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Rise in Canadian farmland value accelerates

Rising average values per acre for Canadian farmland are nothing new in recent years, but a much sharper increase in Saskatchewan over the first half of this year has pulled the national average along with it.

In its latest Farmland Values Report, released Monday, Farm Credit Canada notes an increase of 7.4 per cent in the average value of Canadian farmland in the first half of 2011 — setting a relatively brisk pace following increases of 2.1 and three per cent in the previous two six-month periods.

Where other provinces either saw increases below the national average or had no increase to speak of, Saskatchewan reported the highest six-month increase in land values, at 11.6 per cent, the federal farm lending agency said.

The increase in Saskatchewan, based mainly in the province’s northwestern and southeastern farming regions, follows relatively small rises of 2.7 and 2.9 per cent in the previous two six-month periods, FCC said.

"The Saskatchewan results appear to mirror the U.S. situation, where double-digit increases in farmland values have been reported in several corn and soybean states," FCC said Monday.

"Two contributing factors to the current value increase are the ongoing strength of commodity prices, combined with land values that previously increased at a slower rate than other areas of the country."

Nationwide, the average price of farmland has increased by about eight per cent per year since commodity prices began climbing substantially in 2006, FCC said. That’s about twice the rate observed in the period from 2000 to 2005.

The highest six-month increase in the past decade was 7.7 per cent, in 2008. Canada’s average farmland values last slipped in 2000, when they fell 0.6 per cent in a six-month period.

"Low interest rates (and) good crop prices in recent years, along with low returns in financial markets, mean farmers are buying more land," Jean-Philippe Gervais, FCC’s senior agriculture economist, said in the lender’s release.

"These three factors combine to increase demand for land and push prices up. As long as crop prices continue to be strong, farmland values should remain high."

"It depends"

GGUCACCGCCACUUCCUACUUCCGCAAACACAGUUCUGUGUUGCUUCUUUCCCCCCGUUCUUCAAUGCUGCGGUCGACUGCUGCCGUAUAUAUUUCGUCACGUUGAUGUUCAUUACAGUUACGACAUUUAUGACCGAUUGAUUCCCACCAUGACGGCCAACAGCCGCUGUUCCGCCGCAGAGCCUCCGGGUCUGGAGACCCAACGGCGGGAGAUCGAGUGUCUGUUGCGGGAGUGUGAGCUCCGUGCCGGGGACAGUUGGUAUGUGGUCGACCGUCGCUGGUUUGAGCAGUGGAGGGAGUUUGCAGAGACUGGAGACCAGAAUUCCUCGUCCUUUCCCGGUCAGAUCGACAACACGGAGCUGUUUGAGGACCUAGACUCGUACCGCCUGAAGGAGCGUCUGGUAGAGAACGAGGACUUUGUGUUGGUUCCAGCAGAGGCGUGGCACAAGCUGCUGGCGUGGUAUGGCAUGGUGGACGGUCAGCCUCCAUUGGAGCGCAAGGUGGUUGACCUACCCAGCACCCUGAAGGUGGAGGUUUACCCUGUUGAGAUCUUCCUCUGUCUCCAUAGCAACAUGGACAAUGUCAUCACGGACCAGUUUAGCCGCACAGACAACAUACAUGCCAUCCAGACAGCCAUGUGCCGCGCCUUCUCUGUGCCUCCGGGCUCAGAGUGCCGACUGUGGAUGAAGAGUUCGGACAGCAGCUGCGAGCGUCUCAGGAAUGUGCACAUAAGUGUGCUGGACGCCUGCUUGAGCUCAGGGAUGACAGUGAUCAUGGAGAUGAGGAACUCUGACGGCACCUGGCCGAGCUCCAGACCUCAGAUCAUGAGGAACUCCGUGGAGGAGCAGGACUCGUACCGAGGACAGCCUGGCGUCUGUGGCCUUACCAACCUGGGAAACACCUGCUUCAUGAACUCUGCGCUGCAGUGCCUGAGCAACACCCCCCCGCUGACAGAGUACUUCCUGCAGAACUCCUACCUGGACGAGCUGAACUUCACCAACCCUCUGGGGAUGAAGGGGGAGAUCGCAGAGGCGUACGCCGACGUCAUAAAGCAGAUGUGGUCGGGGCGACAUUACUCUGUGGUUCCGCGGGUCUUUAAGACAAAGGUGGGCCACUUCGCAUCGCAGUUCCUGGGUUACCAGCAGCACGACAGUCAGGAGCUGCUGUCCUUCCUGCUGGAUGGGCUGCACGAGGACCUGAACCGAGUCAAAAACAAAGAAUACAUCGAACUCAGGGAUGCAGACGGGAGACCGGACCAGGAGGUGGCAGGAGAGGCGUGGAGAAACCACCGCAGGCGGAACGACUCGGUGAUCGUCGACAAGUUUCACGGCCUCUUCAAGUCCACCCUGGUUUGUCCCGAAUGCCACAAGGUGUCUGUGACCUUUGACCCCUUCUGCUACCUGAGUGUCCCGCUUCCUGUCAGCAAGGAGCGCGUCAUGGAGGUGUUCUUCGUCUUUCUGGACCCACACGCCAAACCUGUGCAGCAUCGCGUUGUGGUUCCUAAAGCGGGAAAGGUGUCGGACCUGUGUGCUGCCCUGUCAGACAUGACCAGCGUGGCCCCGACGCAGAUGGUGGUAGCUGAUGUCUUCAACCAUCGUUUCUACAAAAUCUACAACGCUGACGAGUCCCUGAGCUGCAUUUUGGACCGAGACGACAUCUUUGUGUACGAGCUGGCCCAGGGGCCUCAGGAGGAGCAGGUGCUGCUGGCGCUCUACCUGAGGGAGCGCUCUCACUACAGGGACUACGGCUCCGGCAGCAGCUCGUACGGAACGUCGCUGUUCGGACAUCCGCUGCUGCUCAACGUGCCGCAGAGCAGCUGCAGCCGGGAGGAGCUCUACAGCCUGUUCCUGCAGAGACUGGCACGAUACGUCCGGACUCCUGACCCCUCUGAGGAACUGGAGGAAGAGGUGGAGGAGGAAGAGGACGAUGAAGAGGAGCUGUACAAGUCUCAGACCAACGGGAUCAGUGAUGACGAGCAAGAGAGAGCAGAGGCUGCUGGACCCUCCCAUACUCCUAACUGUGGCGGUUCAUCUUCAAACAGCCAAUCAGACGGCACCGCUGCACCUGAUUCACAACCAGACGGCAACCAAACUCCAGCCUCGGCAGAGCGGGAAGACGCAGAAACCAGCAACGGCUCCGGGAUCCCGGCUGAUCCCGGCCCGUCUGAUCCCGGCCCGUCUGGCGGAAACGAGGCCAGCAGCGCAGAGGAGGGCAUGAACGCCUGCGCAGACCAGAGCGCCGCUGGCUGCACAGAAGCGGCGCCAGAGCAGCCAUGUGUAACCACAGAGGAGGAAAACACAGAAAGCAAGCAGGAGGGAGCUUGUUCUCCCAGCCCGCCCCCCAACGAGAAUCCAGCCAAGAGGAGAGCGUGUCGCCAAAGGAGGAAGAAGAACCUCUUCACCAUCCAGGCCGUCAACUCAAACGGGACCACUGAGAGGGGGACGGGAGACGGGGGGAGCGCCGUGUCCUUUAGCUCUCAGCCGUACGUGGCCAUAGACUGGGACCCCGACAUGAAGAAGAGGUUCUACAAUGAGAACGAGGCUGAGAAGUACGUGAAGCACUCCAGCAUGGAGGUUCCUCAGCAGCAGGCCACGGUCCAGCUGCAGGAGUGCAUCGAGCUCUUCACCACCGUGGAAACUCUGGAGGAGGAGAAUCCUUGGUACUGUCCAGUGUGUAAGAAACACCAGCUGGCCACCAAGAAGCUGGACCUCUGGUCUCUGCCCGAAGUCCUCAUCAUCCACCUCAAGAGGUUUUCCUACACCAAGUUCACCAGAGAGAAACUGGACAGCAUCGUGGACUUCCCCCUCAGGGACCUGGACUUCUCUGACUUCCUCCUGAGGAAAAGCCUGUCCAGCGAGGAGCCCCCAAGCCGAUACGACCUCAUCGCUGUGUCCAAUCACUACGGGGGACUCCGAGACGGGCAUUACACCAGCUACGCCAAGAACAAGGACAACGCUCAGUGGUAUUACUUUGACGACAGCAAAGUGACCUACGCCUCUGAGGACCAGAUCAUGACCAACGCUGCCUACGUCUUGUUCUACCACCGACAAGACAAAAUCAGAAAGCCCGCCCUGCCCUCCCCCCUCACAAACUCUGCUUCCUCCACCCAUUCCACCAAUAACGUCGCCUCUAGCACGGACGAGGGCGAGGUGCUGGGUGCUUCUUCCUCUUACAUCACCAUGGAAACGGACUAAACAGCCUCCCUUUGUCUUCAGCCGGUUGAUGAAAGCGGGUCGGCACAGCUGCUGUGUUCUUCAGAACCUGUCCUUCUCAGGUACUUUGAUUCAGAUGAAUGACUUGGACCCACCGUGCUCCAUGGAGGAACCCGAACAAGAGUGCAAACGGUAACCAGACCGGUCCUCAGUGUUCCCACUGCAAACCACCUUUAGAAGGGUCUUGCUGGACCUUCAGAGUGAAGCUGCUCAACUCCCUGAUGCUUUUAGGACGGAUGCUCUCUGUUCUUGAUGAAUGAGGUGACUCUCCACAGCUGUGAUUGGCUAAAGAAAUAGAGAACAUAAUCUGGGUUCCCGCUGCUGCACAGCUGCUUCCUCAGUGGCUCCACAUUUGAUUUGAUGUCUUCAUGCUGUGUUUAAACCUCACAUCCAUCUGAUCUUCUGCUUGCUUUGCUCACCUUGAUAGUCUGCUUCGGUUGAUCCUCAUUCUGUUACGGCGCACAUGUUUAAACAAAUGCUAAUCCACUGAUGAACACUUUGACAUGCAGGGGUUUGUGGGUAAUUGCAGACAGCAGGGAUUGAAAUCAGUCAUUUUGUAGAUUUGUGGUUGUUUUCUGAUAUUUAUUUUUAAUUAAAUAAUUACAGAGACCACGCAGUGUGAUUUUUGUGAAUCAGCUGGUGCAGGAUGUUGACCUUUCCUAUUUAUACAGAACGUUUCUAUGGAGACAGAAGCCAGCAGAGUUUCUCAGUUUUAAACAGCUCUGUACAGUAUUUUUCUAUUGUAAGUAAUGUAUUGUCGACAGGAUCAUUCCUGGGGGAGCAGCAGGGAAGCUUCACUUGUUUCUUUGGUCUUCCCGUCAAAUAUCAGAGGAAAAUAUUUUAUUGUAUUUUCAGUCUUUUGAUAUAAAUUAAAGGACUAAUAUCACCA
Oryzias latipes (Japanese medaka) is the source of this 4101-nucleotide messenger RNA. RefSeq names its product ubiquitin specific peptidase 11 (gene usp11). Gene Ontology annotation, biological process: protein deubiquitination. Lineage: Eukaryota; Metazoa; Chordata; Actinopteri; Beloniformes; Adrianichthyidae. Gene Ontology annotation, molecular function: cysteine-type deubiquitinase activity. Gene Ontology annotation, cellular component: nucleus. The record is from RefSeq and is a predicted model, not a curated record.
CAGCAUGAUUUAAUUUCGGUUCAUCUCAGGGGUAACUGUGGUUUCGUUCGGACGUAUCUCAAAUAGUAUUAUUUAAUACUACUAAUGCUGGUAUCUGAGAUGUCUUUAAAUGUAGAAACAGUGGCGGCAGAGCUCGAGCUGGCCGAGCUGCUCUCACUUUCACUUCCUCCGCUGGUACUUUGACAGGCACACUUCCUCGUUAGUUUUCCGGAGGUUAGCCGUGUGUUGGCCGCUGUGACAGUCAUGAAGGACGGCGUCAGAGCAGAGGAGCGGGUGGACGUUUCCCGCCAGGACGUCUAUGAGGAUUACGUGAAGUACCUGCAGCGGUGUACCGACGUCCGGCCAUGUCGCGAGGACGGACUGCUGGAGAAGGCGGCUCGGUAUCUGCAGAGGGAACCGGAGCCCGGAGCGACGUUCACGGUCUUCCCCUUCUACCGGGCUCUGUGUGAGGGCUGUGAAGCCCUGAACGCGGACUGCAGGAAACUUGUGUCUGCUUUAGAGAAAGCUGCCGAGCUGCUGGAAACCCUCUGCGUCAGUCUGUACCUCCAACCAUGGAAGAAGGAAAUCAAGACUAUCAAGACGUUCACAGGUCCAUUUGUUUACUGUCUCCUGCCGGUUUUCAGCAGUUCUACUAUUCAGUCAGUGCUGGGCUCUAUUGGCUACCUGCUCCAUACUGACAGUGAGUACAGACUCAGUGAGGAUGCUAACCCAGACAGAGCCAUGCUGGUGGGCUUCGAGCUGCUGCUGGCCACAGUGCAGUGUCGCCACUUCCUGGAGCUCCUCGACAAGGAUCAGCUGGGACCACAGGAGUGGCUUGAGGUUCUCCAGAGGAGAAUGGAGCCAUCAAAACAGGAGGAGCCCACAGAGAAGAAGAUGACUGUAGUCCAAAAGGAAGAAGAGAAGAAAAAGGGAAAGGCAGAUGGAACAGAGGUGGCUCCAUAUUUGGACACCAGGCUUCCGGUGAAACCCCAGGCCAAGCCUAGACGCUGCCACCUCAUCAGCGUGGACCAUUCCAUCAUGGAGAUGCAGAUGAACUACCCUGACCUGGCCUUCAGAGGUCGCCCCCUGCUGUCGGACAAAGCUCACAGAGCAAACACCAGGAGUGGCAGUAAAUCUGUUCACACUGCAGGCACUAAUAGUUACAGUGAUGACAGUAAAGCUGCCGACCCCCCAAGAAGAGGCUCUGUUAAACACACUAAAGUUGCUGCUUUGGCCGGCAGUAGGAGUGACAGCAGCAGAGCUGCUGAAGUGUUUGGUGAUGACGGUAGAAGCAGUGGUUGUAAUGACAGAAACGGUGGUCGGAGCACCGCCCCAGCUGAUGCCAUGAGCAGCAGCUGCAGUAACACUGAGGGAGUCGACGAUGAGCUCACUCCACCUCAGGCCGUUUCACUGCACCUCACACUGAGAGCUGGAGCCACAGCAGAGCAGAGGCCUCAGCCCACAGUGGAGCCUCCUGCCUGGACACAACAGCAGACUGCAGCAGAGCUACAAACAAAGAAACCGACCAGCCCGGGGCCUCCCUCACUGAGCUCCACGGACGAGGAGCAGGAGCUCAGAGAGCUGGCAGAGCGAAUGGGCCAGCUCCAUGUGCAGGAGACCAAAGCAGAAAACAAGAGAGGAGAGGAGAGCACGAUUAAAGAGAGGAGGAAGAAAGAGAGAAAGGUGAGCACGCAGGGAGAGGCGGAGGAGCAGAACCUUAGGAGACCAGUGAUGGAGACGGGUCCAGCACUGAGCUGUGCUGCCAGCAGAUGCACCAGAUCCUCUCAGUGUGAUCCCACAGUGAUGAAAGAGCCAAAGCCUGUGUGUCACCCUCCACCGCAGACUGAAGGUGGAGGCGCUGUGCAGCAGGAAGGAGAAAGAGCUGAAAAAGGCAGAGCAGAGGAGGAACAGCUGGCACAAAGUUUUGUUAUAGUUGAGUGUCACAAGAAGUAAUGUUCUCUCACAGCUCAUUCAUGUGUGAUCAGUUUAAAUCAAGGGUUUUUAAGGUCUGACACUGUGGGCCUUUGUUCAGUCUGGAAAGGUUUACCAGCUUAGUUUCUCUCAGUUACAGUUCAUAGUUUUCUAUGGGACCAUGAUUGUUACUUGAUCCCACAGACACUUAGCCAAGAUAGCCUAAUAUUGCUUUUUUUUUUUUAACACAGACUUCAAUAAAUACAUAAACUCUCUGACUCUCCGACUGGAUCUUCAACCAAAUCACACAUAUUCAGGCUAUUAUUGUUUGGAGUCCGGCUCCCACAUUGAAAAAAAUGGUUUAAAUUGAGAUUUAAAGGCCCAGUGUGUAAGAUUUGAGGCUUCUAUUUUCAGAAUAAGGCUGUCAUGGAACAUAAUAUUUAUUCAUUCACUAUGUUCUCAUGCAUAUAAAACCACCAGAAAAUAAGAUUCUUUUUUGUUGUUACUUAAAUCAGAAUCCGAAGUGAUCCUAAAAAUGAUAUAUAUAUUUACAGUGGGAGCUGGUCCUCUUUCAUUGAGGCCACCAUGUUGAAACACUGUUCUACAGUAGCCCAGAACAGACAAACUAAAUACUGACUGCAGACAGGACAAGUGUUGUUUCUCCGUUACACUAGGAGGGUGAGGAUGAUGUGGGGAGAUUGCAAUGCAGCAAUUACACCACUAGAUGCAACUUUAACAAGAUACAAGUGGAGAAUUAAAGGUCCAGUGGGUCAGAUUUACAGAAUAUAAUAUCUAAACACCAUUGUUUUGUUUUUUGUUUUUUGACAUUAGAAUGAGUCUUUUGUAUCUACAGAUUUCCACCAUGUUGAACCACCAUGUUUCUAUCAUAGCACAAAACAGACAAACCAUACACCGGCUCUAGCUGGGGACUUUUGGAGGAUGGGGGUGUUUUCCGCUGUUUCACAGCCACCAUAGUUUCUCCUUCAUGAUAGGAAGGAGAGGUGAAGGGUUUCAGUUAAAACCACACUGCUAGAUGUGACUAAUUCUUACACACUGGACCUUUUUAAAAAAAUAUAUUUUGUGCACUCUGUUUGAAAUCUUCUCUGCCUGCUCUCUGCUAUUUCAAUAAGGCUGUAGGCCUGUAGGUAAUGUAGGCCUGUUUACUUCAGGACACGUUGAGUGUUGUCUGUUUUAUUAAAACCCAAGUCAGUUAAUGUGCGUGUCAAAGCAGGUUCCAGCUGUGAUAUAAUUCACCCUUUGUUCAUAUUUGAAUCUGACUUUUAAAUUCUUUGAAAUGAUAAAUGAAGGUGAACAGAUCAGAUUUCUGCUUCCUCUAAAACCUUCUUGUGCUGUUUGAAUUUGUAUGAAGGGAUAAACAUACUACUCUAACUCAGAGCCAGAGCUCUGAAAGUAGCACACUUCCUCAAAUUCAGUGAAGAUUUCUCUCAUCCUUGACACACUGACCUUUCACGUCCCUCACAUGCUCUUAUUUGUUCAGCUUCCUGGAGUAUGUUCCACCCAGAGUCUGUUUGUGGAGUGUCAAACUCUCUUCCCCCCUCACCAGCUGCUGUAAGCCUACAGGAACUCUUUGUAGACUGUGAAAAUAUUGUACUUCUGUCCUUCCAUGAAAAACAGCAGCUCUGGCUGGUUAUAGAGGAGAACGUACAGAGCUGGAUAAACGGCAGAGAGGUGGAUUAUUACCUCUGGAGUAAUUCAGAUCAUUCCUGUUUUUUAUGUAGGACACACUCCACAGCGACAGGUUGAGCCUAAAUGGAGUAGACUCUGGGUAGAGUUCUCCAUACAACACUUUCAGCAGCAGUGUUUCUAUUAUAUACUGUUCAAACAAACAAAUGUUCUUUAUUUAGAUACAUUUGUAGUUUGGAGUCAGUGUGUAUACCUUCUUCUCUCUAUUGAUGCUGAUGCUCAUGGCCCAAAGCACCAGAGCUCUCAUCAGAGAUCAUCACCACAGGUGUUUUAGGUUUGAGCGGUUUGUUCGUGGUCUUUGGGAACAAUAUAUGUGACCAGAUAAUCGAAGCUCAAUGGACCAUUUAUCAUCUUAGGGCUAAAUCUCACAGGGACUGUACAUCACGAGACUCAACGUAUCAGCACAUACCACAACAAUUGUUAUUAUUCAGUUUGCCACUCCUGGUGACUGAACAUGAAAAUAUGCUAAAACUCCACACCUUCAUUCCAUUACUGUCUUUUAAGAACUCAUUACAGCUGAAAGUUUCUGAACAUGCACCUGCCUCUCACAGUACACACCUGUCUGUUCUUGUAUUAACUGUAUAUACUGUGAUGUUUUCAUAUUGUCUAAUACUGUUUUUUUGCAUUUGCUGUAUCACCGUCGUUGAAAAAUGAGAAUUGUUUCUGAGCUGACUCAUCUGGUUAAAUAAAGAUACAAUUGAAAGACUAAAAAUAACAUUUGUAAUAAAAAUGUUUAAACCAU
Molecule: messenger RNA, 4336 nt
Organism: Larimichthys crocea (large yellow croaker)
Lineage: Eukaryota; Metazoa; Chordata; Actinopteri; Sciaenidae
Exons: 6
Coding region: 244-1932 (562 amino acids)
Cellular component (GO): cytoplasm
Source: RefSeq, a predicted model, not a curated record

Other provinces reporting increases in the six-month period ending June 30 this year included:

  • Ontario, up 6.6 per cent, largely in the province’s southwestern and northern farming regions (compared to hikes of 2.4 and 4.3 per cent in the two previous six-month stretches);
  • Quebec, up 4.4 per cent (up 0.9 and 2.3 per cent);
  • Alberta, up four per cent (up 1.5 and 2.9 per cent);
  • Nova Scotia, up 2.9 per cent (up 0.6 and 3.1 per cent); and
  • Manitoba, up 2.4 per cent (up 1.3 and 3.4 per cent).

British Columbia ag land values remained flat on average in the first half of 2011, compared to a rise of 0.4 per cent and a drop of 0.9 per cent in the previous two periods. Average farmland values in the first half of the year were also unchanged in:

  • New Brunswick (up 2.4 per cent and unchanged),
  • Newfoundland and Labrador (unchanged and up 0.7 per cent), and
  • Prince Edward Island (up 3.2 per cent and unchanged).

Farmers now often ask if they should be buying land during this uptrend in prices, or waiting for a drop, said Richard Hayes, FCC’s senior director for valuation.

"The answer is that it depends. Sound information and an assessment of personal risk tolerance can help make the decision easier. The next six-month report will be very interesting," he said.

FCC’s twice-yearly report calculates its land values based on appraisals, in January and July, of 245 benchmark farm properties to gauge variations in bare land values across the country.

The chosen properties represent the most prevalent classes of agriculture soil in each census district, FCC said. Market values are estimated based on recent, comparable arm’s-length transactions in farmland.

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